Located on the alluvial flats of the Parramatta River, The Crescent is a natural amphitheatre holding up to to 18,000 people and is surrounded by the beautiful World Heritage listed Parramatta Park. For the non-locals, it’s only a 10-minute walk from the train station.
Joanna Savill, Director of Business Development for PPT told ArtsHub, ‘For all good festivals it is important to be authentic and anchored in their place, but that doesn’t mean for a minute they shouldn’t attract a wider audience.
‘Western Sydney is fertile ground for talented artists across the board and this is a great opportunity to show the rest of Sydney, and beyond, what is happening. This is very timely, and we need to tell that Western Sydney story.'
Western Sydney’s unearthed music talent will take to the stage this summer for Crescent Live, headlining shoulder-to-shoulder with some of Australia’s most seasoned musicians.
‘This concert will provide Western Sydney’s best and brightest emerging musicians with a unique opportunity to perform before an audience in a professional concert setting and to experience first-hand how large music events are staged,’ said Deputy Premier and Minister for the Arts, Troy Grant.
Playing the right tune - mentorship
Supple recognises that it takes a huge amount of bravery, time and resources to be a successful artist. Key to both these initiatives is the professional development opportunities they offer.
‘There is no better development for artists than ensuring they have access to resources, to opportunities to develop their skills and networks – and the best way is for artists to practise their practice,’ she said.
‘This initiative is about linking in Western Sydney artists with opportunities and providing resources that allow them to see how they fit into the national music ecology, and how they can widen their networks and develop their audiences,’ said added.
John Wardle, Policy Director Live Music Office said: ‘I look at the contemporary music scenes all around Australian capital cities and regions and we tend to be very focused on inner city scenes. This is a really interesting project to be looking outwards to the suburbs, and intensively engaging with that diversity.’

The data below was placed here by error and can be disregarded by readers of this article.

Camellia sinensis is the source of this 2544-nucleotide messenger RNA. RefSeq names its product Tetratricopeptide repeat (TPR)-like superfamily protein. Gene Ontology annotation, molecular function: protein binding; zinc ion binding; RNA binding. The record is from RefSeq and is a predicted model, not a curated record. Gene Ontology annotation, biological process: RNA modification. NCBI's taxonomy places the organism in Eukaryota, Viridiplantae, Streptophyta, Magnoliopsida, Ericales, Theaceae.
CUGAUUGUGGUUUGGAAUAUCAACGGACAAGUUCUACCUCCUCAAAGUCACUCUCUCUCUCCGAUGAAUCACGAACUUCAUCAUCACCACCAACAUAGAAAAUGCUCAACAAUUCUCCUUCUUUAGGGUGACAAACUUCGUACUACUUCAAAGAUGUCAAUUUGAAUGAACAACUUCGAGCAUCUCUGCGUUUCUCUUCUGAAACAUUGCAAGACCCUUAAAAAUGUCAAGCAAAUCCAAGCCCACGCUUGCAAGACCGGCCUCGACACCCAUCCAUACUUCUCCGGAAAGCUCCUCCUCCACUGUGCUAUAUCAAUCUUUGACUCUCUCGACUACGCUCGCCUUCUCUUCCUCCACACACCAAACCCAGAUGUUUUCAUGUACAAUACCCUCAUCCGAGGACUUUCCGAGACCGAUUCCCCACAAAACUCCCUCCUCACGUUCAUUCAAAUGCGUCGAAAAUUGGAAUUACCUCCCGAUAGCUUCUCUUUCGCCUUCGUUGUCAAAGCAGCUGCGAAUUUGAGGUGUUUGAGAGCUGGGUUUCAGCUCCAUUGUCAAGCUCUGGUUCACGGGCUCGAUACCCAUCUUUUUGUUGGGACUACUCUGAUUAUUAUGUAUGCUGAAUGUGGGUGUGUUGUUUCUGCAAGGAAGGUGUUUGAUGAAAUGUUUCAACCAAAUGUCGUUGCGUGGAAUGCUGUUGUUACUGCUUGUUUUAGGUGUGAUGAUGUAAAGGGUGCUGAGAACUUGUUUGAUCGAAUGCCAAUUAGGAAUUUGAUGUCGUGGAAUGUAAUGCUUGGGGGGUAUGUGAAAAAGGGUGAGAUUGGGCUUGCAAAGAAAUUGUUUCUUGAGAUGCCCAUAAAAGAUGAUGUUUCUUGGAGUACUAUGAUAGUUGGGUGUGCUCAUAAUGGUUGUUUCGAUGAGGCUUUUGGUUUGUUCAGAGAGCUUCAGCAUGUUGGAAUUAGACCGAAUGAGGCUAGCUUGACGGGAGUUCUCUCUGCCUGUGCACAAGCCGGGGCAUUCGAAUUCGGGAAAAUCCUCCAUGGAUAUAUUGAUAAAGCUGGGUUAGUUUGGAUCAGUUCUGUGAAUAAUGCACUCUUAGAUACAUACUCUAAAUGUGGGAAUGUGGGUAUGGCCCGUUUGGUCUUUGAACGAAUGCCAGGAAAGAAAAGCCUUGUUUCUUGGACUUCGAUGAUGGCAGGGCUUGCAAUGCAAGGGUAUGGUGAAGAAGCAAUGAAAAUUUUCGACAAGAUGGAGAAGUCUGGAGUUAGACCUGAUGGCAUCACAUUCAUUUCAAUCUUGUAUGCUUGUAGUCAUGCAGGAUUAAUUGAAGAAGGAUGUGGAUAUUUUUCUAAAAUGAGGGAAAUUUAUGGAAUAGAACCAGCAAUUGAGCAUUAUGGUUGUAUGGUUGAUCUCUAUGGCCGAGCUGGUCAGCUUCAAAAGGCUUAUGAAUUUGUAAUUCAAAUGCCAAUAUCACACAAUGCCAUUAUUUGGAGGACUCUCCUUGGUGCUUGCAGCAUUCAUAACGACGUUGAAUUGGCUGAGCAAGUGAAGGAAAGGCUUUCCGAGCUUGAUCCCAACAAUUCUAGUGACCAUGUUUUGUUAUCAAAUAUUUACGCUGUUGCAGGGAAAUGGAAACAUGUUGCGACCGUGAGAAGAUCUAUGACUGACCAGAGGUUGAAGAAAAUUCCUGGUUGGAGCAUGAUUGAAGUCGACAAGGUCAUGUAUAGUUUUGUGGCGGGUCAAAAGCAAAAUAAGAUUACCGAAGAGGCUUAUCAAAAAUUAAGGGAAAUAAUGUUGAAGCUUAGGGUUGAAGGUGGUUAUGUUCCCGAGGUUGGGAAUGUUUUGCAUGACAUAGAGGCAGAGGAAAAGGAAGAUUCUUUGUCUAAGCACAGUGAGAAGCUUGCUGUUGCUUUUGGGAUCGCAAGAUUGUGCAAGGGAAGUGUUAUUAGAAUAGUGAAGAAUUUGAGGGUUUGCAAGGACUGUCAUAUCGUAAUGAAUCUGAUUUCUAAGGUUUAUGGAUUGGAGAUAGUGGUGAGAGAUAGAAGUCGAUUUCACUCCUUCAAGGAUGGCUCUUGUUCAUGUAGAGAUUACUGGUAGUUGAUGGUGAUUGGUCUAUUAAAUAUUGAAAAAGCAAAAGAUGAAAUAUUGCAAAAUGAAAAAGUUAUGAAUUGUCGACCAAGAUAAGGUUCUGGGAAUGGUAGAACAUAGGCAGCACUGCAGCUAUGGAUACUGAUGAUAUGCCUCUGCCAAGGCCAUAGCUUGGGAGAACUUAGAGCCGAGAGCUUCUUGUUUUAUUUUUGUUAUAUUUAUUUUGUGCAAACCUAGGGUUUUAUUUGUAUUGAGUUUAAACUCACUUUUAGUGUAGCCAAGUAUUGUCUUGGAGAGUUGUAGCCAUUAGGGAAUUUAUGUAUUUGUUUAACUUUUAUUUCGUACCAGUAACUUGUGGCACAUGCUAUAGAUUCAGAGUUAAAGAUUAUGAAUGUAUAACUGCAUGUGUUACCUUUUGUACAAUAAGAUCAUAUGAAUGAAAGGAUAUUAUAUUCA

The Live Music Office will also offer specialist music industry guidance for participants, such as knowledge on timelines, contracts and marketing, strategy and regulation – the whole infrastructure around producing live music events.
‘Part of the plan is to place our artists alongside more established performers so that the networking and connections that come about from sharing a stage with someone is extended to emerging talents,’ said Saville.
Three voices are better than one
The festivals will provide employment and opportunities for Western Sydney-based musicians to celebrate their local communities and raise their profiles.
Western Sydney is one of the fastest-growing regions in Australia and over the next 20 years, its population is expected to increase by 50% to over three million.
‘Western Sydney is by no means homogenous – the communities, the landscape, the arts and cultural practice are very diverse and demand tailored initiatives to respond to the diversity of the region,’ said Supple.
‘This is an opportunity for the music industry to be more widely relevant to a more diverse catchment of artists,’ added Wardle.
Three tiers of government are working together to realise these two initiatives – Live and Local and Crescent Live.
‘Rather than a top down approach, this program starts with the artists and builds up to strategies. I really hope it has a long-term influence on how we activate and support contemporary music development with Local Government,’ said Wardle.
Live and Local series of micro festivals will be rolled out from October 2016 through mid-2018. Visit Local Council websites for details.
The first of the Crescent Live concerts will be presented in 2017.
Website link for details www.thecrescentlive.com
First published on